Court rules Parliament must vote on Brexit
LONDON: The British government still plans to trigger formal divorce talks with the European Union (EU) by the end of March and does not believe a court ruling demanding parliamentary approval will derail that, Prime Minister Theresa May’s spokeswoman said.
The High Court ruled yesterday that the British government requires parliamentary approval to trigger Article 50 of the EU’s Lisbon Treaty which starts up to two years of talks for Britain’s exit from the bloc.
“Our plan remains to invoke Article 50 by the end of March, we believe the legal timetable should allow for that,” the spokeswoman told reporters. “We have no intention of letting this derail our timetable.”
May has said she does not plan to trigger Article 50 before the end of this year to allow the government time to prepare its negotiating position and the spokeswoman said that work would continue despite the court ruling.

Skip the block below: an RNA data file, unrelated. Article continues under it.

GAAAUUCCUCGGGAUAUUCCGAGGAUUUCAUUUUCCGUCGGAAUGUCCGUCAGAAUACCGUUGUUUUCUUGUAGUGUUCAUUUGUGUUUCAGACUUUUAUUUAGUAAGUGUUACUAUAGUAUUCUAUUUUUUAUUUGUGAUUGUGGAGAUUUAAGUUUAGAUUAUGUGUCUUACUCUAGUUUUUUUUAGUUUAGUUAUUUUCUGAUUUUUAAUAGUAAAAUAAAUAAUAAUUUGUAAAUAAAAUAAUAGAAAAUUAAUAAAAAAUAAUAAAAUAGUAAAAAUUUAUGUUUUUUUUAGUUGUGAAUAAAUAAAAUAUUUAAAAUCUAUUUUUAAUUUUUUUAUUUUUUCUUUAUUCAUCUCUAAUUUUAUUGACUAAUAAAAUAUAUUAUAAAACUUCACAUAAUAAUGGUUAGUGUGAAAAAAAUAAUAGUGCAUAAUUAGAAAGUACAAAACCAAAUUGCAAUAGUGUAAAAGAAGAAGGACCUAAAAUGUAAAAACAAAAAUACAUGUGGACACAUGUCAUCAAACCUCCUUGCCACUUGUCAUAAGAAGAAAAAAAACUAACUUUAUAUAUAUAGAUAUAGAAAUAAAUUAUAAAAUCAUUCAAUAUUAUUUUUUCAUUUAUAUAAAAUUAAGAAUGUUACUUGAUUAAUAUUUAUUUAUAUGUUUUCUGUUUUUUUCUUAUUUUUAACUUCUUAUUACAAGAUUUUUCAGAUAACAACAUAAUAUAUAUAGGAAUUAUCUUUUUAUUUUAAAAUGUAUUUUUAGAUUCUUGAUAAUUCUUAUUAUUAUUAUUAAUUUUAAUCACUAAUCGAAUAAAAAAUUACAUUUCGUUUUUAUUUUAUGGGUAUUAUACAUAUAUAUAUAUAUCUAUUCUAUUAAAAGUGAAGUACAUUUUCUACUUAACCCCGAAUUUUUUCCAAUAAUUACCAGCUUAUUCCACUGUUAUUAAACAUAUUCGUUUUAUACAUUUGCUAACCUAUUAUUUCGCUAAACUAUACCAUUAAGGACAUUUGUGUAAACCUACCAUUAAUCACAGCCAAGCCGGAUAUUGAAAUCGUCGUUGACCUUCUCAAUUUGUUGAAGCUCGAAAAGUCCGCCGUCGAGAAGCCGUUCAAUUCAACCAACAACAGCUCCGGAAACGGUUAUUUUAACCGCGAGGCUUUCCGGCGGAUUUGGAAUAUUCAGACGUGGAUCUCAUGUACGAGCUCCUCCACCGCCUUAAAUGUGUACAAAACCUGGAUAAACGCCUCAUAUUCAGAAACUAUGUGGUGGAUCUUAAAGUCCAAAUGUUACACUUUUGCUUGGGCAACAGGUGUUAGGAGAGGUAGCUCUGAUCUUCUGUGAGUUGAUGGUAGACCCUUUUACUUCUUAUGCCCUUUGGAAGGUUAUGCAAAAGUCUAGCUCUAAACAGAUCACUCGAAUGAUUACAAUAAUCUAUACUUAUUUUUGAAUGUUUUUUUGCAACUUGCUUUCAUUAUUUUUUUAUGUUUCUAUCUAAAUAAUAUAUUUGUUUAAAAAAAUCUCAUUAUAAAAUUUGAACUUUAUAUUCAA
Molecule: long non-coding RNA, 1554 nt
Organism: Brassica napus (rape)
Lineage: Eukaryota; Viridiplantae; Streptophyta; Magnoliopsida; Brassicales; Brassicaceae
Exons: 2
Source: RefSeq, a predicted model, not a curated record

The British government said it will appeal the High Court decision.
“The country voted to leave the European Union in a referendum approved by Act of Parliament,” a government spokesman said in a statement.
“The government is determined to respect the result of the referendum. We will appeal this judgment.”
The High Court said it has granted the government permission to appeal against the ruling before the Supreme Court, which has set aside Dec 5-8 to deal with the matter.
A panel of three of the most senior judges in the country ruled that the government could not trigger Article 50 of the EU’s Lisbon Treaty without approval from Parliament.
Sterling surged to a four-week high close of US$1.25 after the court ruling. Against the euro, sterling rose much as 1.9% to hit a four-week high of 88.595p.
Meanwhile, the Bank of England raised its economic growth forecast for next year, as it froze its key interest rate at a record-low 0.25% and left stimulus unchanged. It raised its prediction for 2017 gross domestic product expansion to 1.4% from 0.8% as early fears of a sharp slump due to the shock of the June Brexit vote failed to materialise. – Reuters, AFP